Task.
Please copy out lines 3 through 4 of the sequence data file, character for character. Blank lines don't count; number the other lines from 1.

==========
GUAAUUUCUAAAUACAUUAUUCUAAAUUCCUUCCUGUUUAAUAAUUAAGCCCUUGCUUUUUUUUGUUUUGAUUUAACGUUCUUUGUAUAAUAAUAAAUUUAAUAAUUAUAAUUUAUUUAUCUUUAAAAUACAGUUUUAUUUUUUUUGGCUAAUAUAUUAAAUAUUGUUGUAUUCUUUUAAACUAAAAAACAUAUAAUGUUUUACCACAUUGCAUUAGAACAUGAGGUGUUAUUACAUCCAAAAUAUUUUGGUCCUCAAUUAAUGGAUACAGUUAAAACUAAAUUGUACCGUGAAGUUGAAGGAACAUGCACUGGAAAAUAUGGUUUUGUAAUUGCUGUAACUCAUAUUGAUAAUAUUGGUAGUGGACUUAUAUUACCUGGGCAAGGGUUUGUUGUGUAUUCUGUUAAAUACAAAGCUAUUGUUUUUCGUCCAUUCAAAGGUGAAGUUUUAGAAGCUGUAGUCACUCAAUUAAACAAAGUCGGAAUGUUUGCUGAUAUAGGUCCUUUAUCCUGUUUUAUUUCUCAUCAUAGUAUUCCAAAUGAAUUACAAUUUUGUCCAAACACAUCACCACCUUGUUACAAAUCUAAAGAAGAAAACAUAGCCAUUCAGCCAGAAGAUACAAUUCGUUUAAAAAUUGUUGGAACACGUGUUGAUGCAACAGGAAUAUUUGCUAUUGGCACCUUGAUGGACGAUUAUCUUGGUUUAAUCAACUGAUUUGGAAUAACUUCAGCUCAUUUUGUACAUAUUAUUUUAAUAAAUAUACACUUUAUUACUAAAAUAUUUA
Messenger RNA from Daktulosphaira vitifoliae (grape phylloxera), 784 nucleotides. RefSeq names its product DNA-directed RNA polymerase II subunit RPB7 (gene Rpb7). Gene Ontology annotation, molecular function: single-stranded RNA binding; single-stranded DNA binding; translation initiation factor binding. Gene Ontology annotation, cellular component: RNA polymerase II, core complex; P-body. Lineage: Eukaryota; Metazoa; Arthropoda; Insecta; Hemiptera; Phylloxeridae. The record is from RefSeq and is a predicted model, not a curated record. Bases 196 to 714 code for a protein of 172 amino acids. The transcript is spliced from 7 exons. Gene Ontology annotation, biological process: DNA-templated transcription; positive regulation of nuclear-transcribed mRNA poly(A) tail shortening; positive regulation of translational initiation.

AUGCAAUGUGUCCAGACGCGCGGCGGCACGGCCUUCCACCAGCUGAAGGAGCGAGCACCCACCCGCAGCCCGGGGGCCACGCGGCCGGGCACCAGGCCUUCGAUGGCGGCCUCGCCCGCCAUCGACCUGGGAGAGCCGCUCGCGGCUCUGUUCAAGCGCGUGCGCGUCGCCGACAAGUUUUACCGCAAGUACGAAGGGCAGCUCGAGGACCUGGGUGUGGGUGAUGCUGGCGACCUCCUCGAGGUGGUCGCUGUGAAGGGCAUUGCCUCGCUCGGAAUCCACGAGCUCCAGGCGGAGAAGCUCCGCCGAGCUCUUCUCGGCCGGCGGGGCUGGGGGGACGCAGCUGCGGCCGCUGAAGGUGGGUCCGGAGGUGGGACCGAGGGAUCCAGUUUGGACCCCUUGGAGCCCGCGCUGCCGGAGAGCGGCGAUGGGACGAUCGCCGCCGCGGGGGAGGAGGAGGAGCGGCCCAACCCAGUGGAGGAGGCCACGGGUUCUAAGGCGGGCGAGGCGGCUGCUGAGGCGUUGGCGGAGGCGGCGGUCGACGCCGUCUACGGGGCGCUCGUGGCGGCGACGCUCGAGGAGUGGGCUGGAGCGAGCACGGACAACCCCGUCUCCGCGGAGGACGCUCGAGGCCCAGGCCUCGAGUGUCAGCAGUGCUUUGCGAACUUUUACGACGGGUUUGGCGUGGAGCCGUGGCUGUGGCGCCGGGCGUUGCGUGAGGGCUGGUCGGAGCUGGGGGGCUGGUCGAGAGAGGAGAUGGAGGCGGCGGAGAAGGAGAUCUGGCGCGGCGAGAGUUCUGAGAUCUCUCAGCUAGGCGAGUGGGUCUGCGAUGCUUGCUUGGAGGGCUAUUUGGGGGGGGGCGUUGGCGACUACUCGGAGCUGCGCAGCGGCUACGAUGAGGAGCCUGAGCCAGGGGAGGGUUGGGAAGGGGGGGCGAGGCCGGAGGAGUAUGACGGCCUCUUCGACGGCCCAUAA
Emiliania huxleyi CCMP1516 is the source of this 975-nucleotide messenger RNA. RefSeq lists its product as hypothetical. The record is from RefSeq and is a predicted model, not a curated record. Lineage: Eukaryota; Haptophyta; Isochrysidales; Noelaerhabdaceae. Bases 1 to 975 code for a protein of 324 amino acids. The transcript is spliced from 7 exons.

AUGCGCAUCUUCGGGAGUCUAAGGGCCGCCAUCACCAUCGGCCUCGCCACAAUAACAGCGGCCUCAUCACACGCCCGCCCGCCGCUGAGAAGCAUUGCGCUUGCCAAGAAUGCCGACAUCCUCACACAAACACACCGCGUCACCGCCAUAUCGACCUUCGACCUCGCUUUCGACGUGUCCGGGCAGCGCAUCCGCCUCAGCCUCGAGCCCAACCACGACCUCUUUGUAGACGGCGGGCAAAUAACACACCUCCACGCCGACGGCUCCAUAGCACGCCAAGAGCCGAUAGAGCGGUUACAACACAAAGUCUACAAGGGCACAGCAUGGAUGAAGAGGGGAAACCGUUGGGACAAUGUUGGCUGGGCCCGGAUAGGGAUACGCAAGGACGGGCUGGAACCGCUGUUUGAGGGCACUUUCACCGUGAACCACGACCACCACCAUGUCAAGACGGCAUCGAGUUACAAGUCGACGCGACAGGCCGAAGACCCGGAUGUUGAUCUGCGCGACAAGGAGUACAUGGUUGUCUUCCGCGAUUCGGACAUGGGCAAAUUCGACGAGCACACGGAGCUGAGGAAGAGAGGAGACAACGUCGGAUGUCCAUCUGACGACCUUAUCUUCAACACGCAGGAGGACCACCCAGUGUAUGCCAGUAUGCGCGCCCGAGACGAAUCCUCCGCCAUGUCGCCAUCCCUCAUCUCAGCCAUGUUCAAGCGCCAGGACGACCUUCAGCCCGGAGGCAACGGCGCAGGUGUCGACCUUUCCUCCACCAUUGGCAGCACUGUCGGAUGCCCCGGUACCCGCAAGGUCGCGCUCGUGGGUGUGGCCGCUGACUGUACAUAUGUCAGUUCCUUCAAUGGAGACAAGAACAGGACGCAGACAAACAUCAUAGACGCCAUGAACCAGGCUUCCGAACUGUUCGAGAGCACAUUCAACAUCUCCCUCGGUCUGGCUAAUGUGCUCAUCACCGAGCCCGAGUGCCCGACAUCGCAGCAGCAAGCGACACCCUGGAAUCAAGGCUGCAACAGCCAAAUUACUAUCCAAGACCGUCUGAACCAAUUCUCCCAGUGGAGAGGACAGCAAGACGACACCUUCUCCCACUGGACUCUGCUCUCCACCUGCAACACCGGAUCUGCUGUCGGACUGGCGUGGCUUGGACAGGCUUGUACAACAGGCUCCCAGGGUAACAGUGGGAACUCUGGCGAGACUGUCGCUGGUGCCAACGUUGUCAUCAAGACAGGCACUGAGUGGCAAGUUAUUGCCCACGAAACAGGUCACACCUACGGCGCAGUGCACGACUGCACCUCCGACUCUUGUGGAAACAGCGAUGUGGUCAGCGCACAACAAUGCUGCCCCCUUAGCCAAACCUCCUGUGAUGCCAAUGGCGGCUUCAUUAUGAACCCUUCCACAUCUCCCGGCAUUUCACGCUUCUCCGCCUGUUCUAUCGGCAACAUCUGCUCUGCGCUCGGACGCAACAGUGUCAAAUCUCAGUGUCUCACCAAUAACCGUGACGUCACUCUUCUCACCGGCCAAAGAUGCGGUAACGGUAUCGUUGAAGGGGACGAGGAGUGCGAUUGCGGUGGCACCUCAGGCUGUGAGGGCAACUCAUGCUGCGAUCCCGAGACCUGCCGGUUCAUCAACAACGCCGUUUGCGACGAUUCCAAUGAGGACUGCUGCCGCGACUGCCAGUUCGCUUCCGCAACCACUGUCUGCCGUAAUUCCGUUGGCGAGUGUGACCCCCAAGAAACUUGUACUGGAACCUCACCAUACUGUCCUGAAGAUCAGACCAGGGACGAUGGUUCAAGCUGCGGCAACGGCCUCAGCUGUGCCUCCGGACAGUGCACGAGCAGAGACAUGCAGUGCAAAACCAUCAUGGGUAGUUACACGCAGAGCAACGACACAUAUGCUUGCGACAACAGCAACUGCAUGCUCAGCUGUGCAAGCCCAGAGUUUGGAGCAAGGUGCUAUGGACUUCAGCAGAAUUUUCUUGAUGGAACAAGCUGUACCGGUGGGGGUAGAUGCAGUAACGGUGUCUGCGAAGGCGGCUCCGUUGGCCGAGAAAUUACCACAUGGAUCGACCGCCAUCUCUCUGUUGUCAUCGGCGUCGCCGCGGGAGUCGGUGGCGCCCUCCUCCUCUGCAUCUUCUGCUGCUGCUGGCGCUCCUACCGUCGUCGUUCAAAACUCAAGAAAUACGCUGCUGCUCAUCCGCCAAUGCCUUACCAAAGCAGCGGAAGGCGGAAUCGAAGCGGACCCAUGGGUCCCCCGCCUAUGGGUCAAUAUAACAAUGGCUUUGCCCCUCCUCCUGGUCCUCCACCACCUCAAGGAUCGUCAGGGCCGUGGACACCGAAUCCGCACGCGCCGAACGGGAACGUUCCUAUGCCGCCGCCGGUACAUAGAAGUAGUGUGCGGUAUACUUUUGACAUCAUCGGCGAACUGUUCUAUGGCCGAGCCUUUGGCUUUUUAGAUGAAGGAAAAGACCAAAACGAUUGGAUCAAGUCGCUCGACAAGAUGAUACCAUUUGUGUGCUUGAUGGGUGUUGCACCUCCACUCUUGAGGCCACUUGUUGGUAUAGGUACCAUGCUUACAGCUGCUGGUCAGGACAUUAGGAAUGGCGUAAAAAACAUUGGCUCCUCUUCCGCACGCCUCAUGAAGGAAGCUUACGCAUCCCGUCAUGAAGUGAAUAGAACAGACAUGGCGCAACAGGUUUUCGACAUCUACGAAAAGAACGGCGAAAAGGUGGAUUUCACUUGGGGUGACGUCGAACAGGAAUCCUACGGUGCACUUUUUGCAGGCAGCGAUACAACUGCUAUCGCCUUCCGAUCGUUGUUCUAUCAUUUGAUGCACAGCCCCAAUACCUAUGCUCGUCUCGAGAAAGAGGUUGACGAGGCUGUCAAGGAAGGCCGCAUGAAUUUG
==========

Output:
AUGCAAUGUGUCCAGACGCGCGGCGGCACGGCCUUCCACCAGCUGAAGGAGCGAGCACCCACCCGCAGCCCGGGGGCCACGCGGCCGGGCACCAGGCCUUCGAUGGCGGCCUCGCCCGCCAUCGACCUGGGAGAGCCGCUCGCGGCUCUGUUCAAGCGCGUGCGCGUCGCCGACAAGUUUUACCGCAAGUACGAAGGGCAGCUCGAGGACCUGGGUGUGGGUGAUGCUGGCGACCUCCUCGAGGUGGUCGCUGUGAAGGGCAUUGCCUCGCUCGGAAUCCACGAGCUCCAGGCGGAGAAGCUCCGCCGAGCUCUUCUCGGCCGGCGGGGCUGGGGGGACGCAGCUGCGGCCGCUGAAGGUGGGUCCGGAGGUGGGACCGAGGGAUCCAGUUUGGACCCCUUGGAGCCCGCGCUGCCGGAGAGCGGCGAUGGGACGAUCGCCGCCGCGGGGGAGGAGGAGGAGCGGCCCAACCCAGUGGAGGAGGCCACGGGUUCUAAGGCGGGCGAGGCGGCUGCUGAGGCGUUGGCGGAGGCGGCGGUCGACGCCGUCUACGGGGCGCUCGUGGCGGCGACGCUCGAGGAGUGGGCUGGAGCGAGCACGGACAACCCCGUCUCCGCGGAGGACGCUCGAGGCCCAGGCCUCGAGUGUCAGCAGUGCUUUGCGAACUUUUACGACGGGUUUGGCGUGGAGCCGUGGCUGUGGCGCCGGGCGUUGCGUGAGGGCUGGUCGGAGCUGGGGGGCUGGUCGAGAGAGGAGAUGGAGGCGGCGGAGAAGGAGAUCUGGCGCGGCGAGAGUUCUGAGAUCUCUCAGCUAGGCGAGUGGGUCUGCGAUGCUUGCUUGGAGGGCUAUUUGGGGGGGGGCGUUGGCGACUACUCGGAGCUGCGCAGCGGCUACGAUGAGGAGCCUGAGCCAGGGGAGGGUUGGGAAGGGGGGGCGAGGCCGGAGGAGUAUGACGGCCUCUUCGACGGCCCAUAA
Emiliania huxleyi CCMP1516 is the source of this 975-nucleotide messenger RNA. RefSeq lists its product as hypothetical. The record is from RefSeq and is a predicted model, not a curated record. Lineage: Eukaryota; Haptophyta; Isochrysidales; Noelaerhabdaceae. Bases 1 to 975 code for a protein of 324 amino acids. The transcript is spliced from 7 exons.